Georgia Bulletin

The Newspaper of the Catholic Archdiocese of Atlanta

Following the Christ Child into the new year

By LORRAINE V. MURRAY, Commentar | Published January 12, 2024

It’s always fun to watch a toddler unwrap gifts at Christmas. The first gift is enormously interesting, and the second one is also fine, but after that, the fascination starts waning, and soon the child is mesmerized by the bows and boxes.  

A little child is so simple that a pad of paper and a cluster of crayons can unlock a world of wonder. I still cherish a memory of a little boy named Jude, who had made a drawing in Sunday school, using crayons and cotton balls. He couldn’t wait to interpret this work of art for me: “This is the Good Shepherd,” he earnestly explained. Then, indicating the cotton balls, he added: “He goes after the sheep.” 

Jesus came into the world as a baby to remind us about simplicity and smallness. An infant in a crib is the most gentle, dependent, sweet and loving being imaginable. When the baby is held, he smiles, and when he is given a treat, he chortles. Babies have a way of softening the most hardened heart and changing sorrow into joy.  

Children were precious to Jesus at a time when they were generally demeaned. Imagine the shock onlookers experienced, when the apostles asked Jesus who was the greatest in the heavenly kingdom. Surely they expected him to mention powerful government leaders and wealthy citizens.  

But Jesus called a child over and said: “Unless you change and become like little children, you will never enter the kingdom of heaven. Whoever humbles himself and becomes like this child is the greatest in the kingdom of heaven” (Mt 18:1-4). At other times, Jesus talked about the last becoming first and the meek inheriting the earth. Children are meek by nature and often are put in the last place in the adult world.  

As we head into the New Year, we might make resolutions that help us become more spiritually childlike. First, we can try to live more simply by withstanding the constant stream of luxuries advertisers assure us we must have. My dishwasher broke, and when I looked for a new one, I discovered some have Wi-Fi, so you can use your smartphone to run them. This is definitely technological overkill. Then there’s that cup of Big Bucks coffee, which costs 10 times as much as home brew.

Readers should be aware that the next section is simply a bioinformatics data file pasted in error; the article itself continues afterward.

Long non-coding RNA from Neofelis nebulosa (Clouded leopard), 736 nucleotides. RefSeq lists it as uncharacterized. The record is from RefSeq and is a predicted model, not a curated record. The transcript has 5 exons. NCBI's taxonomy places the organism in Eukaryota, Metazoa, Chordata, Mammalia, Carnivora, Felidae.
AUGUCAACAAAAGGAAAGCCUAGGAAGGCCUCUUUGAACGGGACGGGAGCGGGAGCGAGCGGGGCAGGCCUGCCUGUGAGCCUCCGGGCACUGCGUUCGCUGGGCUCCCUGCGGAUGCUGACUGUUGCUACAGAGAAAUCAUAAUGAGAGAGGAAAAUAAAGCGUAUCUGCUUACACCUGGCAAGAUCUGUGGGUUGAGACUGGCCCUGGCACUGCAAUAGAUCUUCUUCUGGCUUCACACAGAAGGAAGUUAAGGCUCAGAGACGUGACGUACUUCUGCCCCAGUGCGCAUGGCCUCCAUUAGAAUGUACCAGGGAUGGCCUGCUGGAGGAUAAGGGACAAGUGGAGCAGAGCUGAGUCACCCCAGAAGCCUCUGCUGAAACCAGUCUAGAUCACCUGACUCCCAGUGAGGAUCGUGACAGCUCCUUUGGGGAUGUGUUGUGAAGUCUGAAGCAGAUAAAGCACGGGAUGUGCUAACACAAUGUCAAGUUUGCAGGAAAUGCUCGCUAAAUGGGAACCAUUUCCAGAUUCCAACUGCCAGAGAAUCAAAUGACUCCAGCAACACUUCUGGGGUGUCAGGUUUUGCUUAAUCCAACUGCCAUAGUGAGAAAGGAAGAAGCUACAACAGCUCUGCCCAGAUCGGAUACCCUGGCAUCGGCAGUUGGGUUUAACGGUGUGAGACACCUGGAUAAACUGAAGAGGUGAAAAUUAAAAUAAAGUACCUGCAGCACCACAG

Second, a child delights in spending time with a loving parent, so we might resolve to make space in our schedules for our heavenly Father through prayer and silence each day. Jesus spent a lot of time in crowds, but he also escaped regularly to pray. When we crowd our lives with screens and podcasts, we’re in danger of losing sight of the big picture. Mother Teresa said, “If you’re too busy to pray, you’re too busy.”  

Third, children have an innate gift, when it comes to loving and forgiving others. They give their love generously, without regard to someone’s social status or appearance. They are quick to forgive, unlike so many adults, who are bent under the weight of heavy grudges. In the New Year, we can forgive people who have wounded us, and be more attentive to people who are starved for love. It could be a child who feels neglected or a spouse longing for praise.  

The Christ Child had to depend on the Blessed Mother and St. Joseph for his very life. If we can embrace this attitude of total trust toward God, we will live with constant awareness that everything comes from his hand. As Mother Teresa put it, “Let us take whatever God gives, and give whatever he takes with a smile.”  

Forget complicated New Year’s resolutions involving gym memberships and diet plans. Instead, let’s strive to keep our lives humble and our hearts attuned to Jesus. He came into the world as a baby to teach us the simplest, yet most profound, lessons about life and love. This year, when we put away our Christmas creches, let’s keep a place in our hearts for the Christ Child. 

Sketch is by Lorraine’s late husband, Jef ( Lorraine’s email address is